Understanding Disclaimers: What they are, what they mean, what to be aware of
When a person declines to receive inherited property they are said to have disclaimed it. Disclaiming an inheritance may seem like a strange thing to do, but it can actually be the best course of action for beneficiaries in some situations. A beneficiary may disclaim an inheritance, thus passing the inherited property to the next generation and obtaining the best possible tax advantages.
For example, should a parent leave money to affluent adult children, those children could disclaim the inheritance in order for the grandchildren to receive it instead. The money would then be taxed at the grandchildren’s tax rate rather than the adult’s rate. This could save a large portion of the inheritance from being taxed, as the disclaimed assets would not be included in the estate of the parent and subject to the estate taxes of the parent.
Disclaimers come in two varieties: qualified and nonqualified. Qualified disclaimers are generally the preferred method, as they can avoid potential additional taxation.
In an estate situation, a qualified disclaimer must be made less than nine months following the date of death of the deceased owner. The disclaimer needs to be in writing and signed by the disclaiming party. It must also correctly identify the property or interest being disclaimed. It must be irrevocable and done without conditions.
The person executing a qualified disclaimer is treated as if they predeceased the decedent for both inheritance and tax purposes. The disclaimed property then transfers according to the estate plan or the state intestate code to persons claiming through or under him or her.
A non-qualified disclaimer is one made more than nine months after death. A person making a non-qualified disclaimer is still treated as if they predeceased the decedent for inheritance purposes, but not for tax purposes. A non-qualified disclaimer can be taxed like a gift.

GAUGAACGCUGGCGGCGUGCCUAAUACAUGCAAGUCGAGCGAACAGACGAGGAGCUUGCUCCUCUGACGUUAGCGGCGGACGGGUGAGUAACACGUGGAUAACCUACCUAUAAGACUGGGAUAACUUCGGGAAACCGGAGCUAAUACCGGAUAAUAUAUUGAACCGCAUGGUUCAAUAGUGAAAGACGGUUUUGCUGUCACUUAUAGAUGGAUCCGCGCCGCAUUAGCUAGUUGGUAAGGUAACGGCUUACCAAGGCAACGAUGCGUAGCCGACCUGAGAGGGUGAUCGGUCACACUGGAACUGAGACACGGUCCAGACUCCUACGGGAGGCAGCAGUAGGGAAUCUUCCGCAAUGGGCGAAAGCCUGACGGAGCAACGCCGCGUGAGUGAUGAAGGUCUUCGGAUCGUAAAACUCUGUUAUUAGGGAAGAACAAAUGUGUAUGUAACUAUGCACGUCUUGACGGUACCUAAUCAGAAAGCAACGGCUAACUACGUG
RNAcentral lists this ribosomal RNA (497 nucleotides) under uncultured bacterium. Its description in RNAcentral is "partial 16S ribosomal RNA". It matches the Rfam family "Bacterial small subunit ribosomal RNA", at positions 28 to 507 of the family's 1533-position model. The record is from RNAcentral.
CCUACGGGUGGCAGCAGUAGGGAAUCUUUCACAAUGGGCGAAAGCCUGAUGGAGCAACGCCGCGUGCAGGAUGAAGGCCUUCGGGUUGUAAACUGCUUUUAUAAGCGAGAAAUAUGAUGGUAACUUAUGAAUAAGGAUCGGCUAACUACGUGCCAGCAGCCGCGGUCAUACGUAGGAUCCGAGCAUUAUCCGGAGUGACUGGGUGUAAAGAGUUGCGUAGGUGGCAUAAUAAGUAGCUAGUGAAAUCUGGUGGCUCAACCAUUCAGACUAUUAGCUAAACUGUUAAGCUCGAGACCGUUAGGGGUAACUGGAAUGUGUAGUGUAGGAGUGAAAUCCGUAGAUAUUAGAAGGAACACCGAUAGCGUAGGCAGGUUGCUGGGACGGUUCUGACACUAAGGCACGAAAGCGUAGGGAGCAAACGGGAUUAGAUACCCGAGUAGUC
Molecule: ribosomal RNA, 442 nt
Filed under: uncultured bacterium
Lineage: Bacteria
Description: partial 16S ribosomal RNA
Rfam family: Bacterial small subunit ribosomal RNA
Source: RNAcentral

If, for example, a parent left money to their adult child, and that child executed a non-qualified disclaimer, the money would then go directly to the grandchildren. But for tax purposes, the child would be treated as if they received the property and then gifted it to their children. The non-qualified disclaimer exposes the adult child to a potential gift tax obligation that wouldn’t exist if they had executed a qualified disclaimer.
This is why qualified disclaimers are usually better than non-qualified disclaimers. A non-qualified disclaimer doesn’t guarantee an additional tax burden, but it makes it more likely.
Another form of disclaimer is the Disclaimer Trust. This is a trust that has embedded provisions, typically contained in a will, or a trust, that allow a surviving spouse to put specific assets within a designated part of the trust called a disclaimer trust, by disclaiming ownership of a portion of the estate. Disclaimed property interests are then transferred to the trust without being taxed. They are managed from other trust assets and can be distributed at the death of the surviving spouse in accordance with the terms of the disclaimer trust which is not included in the estate of the surviving spouse at his or her death.
Provisions can be written into the trust that administer regular payouts from it to support surviving family members. Surviving minor children can also be provided for, as long as the surviving spouse elects to disclaim inherited assets, passing them to the disclaimer trust.
For example, if you passed away and left your spouse an estate, they could disclaim some interests in it that could pass directly to the disclaimer trust as though it were the original beneficiary. Minor children could then benefit from regular payouts from the trust.
There are two major risks in using disclaimers. First, there is the risk that the person to whom the asset is given will not complete all of the necessary steps before the nine month deadline from date of the decedent’s death. If it is made upon someone’s death, a grieving person might simply forget to take the necessary action within nine months.
The second significant risk is that the beneficiary will receive the inheritance before executing the disclaimer. If a person cashes a check for life insurance, or even simply sends the insurance company a form claiming the money for themselves, they cannot later disclaim the insurance proceeds. Or, if a person receives income, such as interest, dividends, or rent earned on the gift, they cannot later disclaim the underlying asset. A person who disclaims property cannot have accepted the benefits of the property.
Disclaimers are useful estate planning tools, but it is essential to understand how they operate, the timing requirements, and the risks involved in using them in order to use them effectively.
To learn more about whether you qualify for a Social Security program or to begin your estate planning process, please contact us at Aaron J. Goldberg, PLC.
“Used with permission 2016”